Okay, so maybe it's not exactly the Frances Hodgson Burnett novel I paint, but it is a great little hideaway place I had no idea existed.  The Cedar Valley has its fair share of beautiful parks and is even better known for its great bike trails.  One day this summer, Google helped me discover our very own Botanical Gardens.  Who knew Waterloo had Botanical Gardens?!  So, one afternoon, we went to scope it out.  And my, what a little treasure I found.


There are walkways and benches, Adirondack chairs for the young and old, a sandbox built for the Duggar family, and a Koi pond with lily pads and stone frogs that spit water in the air.  There are watering cans for the littles to help keep the flowers pretty, and a railroad system with trains, covered bridges, trees, and tiny people.  If one looks closely, one may also discover the remains of old prehistoric pets that used to roam the area.  

Last night, we beat the heat and had a picnic under the Weeping Willow tree.  With sweet tea and Popeye's Chicken, we munched and talked and made plans for future picnics.  Then, we explored.  Beau taught us all kinds of tricks, like knocking the concrete edge of the Koi pond to send the signal that food was in store, or using the pollen of the orange lilies to make face paint.  Cruz felt his first fish nibble and squeezed milk out of a milkweed plant.  It was quiet and peaceful.  


On the way back home, we talked about traditions.  Beau was thinking about the idea after one of his clients was talking about a Christmas in July tradition they have with their family.  And while putting up the Christmas tree, filling stockings, and singing 'Silent Night,' sounds a little weird amidst heat indexes of 100 degrees, I hope one of ours includes a picnic, some Popeye's chicken, and a weeping willow tree.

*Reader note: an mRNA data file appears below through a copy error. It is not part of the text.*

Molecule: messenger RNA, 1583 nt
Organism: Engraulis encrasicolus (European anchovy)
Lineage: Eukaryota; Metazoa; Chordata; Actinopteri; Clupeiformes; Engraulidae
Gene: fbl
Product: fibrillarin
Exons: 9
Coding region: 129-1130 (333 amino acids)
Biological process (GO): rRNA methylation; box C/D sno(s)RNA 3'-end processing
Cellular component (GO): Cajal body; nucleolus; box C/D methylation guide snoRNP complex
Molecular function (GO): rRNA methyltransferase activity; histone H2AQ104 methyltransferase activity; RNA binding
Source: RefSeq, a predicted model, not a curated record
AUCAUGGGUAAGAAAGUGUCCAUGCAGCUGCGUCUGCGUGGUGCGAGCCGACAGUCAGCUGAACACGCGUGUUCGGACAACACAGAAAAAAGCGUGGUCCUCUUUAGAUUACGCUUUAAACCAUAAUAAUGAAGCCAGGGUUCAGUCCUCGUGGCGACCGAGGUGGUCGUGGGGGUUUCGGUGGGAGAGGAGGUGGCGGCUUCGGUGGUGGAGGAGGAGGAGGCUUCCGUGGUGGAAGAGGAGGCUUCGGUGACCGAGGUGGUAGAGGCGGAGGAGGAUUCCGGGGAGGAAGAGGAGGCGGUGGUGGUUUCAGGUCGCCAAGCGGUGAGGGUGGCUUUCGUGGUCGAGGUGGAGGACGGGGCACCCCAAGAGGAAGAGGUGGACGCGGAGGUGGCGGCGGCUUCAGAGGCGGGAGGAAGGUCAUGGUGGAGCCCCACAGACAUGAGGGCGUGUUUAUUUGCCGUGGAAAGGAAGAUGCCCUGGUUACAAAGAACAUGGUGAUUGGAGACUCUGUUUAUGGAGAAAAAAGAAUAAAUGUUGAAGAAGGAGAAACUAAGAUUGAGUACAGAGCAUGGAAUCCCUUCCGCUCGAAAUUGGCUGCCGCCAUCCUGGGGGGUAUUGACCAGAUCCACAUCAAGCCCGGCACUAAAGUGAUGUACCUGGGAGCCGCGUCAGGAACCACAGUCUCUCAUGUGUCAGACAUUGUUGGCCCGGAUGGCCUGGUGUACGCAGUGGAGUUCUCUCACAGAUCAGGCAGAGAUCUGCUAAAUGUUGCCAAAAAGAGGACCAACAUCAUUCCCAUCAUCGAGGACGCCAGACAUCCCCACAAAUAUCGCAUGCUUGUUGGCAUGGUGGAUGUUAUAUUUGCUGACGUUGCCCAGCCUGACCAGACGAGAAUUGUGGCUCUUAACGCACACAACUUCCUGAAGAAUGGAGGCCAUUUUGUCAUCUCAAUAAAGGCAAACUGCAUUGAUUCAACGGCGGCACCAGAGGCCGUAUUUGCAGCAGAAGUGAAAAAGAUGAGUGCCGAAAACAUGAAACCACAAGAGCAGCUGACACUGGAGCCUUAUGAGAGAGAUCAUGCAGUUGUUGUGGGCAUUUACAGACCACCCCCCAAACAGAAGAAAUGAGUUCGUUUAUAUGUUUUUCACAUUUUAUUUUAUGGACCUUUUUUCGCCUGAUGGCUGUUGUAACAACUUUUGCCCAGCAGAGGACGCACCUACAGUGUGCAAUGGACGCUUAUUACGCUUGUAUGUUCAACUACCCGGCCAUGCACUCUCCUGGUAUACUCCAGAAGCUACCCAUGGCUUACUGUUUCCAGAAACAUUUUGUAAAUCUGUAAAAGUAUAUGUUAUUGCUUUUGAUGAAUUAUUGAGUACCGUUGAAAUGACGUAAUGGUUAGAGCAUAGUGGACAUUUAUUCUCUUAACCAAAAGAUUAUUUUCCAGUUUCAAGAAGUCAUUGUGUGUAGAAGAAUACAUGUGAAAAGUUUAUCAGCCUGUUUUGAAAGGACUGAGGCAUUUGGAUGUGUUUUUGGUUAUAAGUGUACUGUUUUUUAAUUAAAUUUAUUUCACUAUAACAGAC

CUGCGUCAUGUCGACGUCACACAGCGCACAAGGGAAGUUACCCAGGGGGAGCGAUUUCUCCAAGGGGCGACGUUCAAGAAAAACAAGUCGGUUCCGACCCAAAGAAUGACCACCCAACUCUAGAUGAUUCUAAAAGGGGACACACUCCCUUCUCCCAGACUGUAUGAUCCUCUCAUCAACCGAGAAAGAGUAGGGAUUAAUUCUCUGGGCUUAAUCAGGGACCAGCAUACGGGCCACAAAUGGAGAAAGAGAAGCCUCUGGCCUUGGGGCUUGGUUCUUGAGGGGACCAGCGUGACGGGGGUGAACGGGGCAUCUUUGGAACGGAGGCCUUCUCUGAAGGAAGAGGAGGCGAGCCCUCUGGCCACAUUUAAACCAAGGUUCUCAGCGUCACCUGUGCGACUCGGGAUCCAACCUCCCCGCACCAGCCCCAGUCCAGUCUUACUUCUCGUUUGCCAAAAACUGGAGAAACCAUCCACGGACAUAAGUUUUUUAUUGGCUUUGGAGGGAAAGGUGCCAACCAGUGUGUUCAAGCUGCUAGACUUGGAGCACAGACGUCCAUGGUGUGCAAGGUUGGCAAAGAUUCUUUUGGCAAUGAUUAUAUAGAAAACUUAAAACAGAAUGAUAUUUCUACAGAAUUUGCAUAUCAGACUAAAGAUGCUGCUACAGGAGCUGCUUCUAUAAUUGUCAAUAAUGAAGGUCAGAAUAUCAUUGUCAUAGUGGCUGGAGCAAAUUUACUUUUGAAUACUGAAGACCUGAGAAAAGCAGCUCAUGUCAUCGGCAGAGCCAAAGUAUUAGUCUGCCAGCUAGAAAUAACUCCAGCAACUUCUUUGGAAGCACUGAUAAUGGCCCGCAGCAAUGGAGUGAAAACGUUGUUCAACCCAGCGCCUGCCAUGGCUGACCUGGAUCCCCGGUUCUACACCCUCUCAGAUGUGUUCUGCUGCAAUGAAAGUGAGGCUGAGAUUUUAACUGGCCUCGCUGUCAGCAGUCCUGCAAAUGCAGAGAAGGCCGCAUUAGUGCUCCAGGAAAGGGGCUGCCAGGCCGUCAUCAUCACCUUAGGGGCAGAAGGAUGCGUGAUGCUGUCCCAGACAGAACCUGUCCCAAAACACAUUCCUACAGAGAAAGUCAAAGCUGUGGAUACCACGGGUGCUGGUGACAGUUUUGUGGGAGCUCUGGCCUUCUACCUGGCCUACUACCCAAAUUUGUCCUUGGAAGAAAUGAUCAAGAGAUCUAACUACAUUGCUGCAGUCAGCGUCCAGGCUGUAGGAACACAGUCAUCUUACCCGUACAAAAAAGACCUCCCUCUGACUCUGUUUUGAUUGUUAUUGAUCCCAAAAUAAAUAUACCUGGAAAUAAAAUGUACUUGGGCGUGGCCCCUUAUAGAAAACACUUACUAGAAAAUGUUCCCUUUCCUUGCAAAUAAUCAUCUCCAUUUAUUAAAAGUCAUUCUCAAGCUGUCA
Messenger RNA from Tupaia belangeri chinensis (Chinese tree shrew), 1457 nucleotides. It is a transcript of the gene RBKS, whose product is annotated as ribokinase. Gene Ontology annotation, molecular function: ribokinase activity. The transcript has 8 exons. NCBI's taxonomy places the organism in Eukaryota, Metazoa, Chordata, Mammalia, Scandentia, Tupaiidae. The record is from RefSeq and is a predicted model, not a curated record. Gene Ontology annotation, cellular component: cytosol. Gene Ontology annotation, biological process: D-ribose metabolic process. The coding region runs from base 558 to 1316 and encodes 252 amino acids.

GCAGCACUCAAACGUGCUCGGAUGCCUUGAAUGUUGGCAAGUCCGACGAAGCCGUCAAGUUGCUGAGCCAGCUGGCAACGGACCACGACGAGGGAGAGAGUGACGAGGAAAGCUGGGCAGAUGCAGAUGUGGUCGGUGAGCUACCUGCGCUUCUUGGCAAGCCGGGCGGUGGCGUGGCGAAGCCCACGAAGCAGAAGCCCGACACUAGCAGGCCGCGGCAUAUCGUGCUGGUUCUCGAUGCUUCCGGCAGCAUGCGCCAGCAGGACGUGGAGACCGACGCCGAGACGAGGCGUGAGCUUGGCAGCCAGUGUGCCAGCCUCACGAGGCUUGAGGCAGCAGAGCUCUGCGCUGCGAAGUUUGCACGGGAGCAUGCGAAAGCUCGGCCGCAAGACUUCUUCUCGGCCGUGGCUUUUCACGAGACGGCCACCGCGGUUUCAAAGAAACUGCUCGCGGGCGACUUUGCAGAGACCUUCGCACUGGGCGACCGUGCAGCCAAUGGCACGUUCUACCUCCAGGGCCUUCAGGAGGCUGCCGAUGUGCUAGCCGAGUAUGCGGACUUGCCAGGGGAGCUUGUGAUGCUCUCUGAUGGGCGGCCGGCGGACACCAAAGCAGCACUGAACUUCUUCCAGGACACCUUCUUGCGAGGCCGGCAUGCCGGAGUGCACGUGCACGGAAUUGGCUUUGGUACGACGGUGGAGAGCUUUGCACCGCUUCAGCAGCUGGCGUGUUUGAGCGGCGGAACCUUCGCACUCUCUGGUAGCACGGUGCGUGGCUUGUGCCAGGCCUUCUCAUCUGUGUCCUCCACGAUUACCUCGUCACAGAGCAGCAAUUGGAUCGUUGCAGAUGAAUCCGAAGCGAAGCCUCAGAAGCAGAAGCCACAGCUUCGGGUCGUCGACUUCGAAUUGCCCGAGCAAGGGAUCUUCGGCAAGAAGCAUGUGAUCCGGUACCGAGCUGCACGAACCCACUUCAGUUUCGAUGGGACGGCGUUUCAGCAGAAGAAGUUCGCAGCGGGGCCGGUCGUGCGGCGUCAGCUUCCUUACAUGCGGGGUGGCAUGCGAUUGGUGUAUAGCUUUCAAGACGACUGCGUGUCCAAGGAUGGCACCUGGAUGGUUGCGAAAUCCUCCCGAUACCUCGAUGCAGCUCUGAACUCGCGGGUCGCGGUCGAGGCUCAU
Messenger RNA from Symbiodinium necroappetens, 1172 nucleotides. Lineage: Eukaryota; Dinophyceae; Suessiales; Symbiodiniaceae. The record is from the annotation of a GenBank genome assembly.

And maybe a Koi pond, :)  

Daycraft Notebooks

A few weeks ago, I contacted Daycraft, in Hong Kong, to express interest in reviewing some of their products. I have seen some recent reviews of their notebooks, and I noticed that there was quite a bit of variety in what I had seen online. I was notified that I would receive a sample package, and within two weeks a package arrived. I was rather surprised when I found two notebooks and two diaries in the package, along with an extensive catalog of products. The catalog demonstrates that Daycraft caters to many different kinds of preferences, from small, sophisticated pocket diaries to the more visually interesting notebooks with designs.

The first item I pulled from the package was this small diary, which Daycraft calls the 2012 Signature Diary (mini size). The color is listed as green, but it is mostly a blue with some green, perhaps a darker teal. The contrast between the color of the color and blood orange pages/ribbon really grabbed my attention. It's not an obvious color pairing, and I like that. It draws on some styling that might be more common in the 60s and 70s.  The cover is soft and flexible, and it would be easy to forget that this is in your pocket. 

Another cool feature is the year printed across the side of the pages. If you had several years of these little diaries, it would be very easy to identify them as a stack on the shelf. I personally enjoy giving my notebooks labels and dates, so this feature appealed to me. 

The inside of the diary is loaded with all kinds of useful information: nutritional details, conversion tables, holidays, information on other countries, etc. All good stuff, especially if you don't have access to the internet at the moment and you need a quick reference guide. 

The pages are pretty small, so you get just enough lines to keep track of your obligations, homework assignments, and meetings. If you are a super busy person, than the size might be too small, but I think the format works well for the amount of space involved. The "diary" is clearly more of a planner than a diary, but Daycraft prefers to call it a diary, so that is how I will relay the naming to you.

The pages are very thin, so I'd only recommend using a ballpoint pen, a micro tip (~.38) gel pen, or a pencil. I didn't bother with a writing test, because the characteristics of the paper made the options obvious. If you don't mind using something that puts less ink on the page, this will likely be a great little diary for you. 

This is the band that was wrapped around the diary. As you can see, the diary is identified as green, which it most certainly is not, but I still think the color was appealing.